From San Marcos Church we rode the metro back into town and began walking through the neighborhoods near our hotel. Just beyond Santa Lucia is Barrio Lastarria. This is a small neighborhood filled with small cafes, art galleries and some small bookshops. It has a very bohemian feel, and there are artists doing and showing their work on the sidewalks. The area reminded us of some of the small streets of Paris. Barrio Lastarria also happens to be the location of the best of Santiago’s ice cream shop, Emporio La Rosa. This is a place you want to hang out. When you enter you decide how many scoops you want, buy a ticket and then exchange your ticket for the ice cream flavors of your choice. Some of the flavors were a bit unusual. Thankfully, another patron stepped in to explain the ropes and tell us about the choices.
Ice Cream in Barrio Lastarria
It is always more fun to explore ice cream in hand. On the weekends antiques and books are sold along the sidewalks. You can imagine, the neighborhood is full of foot traffic. We could have spent the whole afternoon here.
From Barrio Lastarria we made our way through Parque Forestal and along the river. The park was laid out and commissioned at the centenary of Chile. From one end to the other the monuments were gifts given to the government of Chile from other countries for this celebration. The United States provided an interesting statue of Abraham Lincoln. The German Government provided an immense fountain that graces one end of the park. On warm summer days, families enjoy the park while their children use the fountain as a swimming venue! The beautiful trees and the monuments make the park a beautiful place to relax and people-watch.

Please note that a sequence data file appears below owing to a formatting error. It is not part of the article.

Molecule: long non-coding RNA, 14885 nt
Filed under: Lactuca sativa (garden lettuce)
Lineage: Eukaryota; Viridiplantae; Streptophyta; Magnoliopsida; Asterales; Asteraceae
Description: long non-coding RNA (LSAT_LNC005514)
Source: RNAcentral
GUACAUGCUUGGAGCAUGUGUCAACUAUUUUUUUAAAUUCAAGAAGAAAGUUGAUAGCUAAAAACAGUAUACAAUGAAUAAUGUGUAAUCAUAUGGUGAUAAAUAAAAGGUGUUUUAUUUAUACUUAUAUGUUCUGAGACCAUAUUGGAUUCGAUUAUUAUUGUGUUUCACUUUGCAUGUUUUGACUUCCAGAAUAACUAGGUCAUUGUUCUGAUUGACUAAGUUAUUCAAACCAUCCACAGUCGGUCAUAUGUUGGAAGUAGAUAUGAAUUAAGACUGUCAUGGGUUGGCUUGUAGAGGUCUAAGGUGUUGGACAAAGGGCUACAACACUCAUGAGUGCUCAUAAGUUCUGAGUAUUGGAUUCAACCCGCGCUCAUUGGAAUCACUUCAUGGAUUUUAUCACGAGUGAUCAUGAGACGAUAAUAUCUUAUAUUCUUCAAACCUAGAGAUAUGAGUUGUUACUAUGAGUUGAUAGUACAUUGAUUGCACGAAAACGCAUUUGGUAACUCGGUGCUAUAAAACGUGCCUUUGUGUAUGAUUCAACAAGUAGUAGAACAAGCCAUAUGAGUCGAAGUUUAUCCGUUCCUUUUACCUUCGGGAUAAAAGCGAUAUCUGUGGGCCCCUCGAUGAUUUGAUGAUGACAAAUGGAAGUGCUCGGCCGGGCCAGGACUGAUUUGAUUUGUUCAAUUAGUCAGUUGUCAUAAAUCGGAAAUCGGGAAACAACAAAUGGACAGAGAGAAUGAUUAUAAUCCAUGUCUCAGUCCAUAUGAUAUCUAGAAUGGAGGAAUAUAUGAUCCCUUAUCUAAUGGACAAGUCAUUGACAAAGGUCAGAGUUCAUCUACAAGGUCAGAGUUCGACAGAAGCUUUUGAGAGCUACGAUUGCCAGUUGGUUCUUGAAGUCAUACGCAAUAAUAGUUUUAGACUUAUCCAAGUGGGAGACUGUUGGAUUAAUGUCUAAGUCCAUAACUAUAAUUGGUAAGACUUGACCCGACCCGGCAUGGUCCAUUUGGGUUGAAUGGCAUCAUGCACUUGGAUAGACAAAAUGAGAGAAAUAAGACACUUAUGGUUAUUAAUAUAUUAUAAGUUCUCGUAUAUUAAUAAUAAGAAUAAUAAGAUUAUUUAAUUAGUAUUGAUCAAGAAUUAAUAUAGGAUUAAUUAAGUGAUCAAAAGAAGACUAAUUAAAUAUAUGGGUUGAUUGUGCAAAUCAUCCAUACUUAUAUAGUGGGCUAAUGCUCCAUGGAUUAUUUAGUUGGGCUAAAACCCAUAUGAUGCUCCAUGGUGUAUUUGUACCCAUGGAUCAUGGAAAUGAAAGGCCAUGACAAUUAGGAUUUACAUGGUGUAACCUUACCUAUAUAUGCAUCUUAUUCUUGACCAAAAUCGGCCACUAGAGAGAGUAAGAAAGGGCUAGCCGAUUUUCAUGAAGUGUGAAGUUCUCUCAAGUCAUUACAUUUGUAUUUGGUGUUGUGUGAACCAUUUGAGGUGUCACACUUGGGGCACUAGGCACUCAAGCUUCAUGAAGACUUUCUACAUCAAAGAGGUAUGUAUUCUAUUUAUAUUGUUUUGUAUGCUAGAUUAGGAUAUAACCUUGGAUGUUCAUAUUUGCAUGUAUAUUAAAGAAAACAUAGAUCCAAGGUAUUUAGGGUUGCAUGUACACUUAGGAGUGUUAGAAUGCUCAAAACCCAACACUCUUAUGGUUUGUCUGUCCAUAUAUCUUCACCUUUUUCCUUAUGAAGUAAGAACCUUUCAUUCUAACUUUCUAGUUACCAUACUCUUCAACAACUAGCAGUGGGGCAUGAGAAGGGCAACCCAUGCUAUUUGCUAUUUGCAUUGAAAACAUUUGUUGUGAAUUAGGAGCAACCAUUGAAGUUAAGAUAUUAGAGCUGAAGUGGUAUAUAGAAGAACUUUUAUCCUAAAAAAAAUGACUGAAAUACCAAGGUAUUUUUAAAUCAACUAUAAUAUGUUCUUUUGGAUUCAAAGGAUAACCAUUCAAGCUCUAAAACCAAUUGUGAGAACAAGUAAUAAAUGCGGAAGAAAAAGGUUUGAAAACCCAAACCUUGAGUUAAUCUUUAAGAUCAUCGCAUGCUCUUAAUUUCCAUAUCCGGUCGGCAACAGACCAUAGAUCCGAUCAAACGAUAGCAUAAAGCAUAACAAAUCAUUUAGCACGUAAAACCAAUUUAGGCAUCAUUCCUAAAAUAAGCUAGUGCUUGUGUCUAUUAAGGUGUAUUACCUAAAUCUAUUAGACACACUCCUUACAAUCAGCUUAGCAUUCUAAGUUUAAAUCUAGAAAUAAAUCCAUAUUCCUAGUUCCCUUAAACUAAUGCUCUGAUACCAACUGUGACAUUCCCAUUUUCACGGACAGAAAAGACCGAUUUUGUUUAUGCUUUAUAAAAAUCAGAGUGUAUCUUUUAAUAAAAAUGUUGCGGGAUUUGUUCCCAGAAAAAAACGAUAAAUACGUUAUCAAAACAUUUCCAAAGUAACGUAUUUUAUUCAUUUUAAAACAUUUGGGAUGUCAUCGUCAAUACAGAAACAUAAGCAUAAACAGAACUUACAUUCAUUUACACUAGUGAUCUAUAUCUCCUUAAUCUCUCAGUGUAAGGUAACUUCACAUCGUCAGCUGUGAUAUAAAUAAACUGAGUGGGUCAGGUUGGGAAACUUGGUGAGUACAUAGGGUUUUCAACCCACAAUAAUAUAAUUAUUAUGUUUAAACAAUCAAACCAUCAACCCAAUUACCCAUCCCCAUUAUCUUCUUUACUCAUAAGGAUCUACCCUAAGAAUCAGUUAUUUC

German Fountain in Parque Forestal
After walking the length of the park and crossing the river, we entered into another neighborhood called Bellavista. This neighborhood is the center of nightlife. Shops, boutiques, and restaurants fill a huge section next to the university. Bellavista became the hotspot for evening entertainment during the days when the city was bound in by the river. If you crossed the river, you left the jurisdiction of the city authorities. It was an anything-goes sort of place. Today it is a place for nice restaurants and evening entertainment of all kinds. We stopped in the shopping area to look for gifts we could take home for our kids.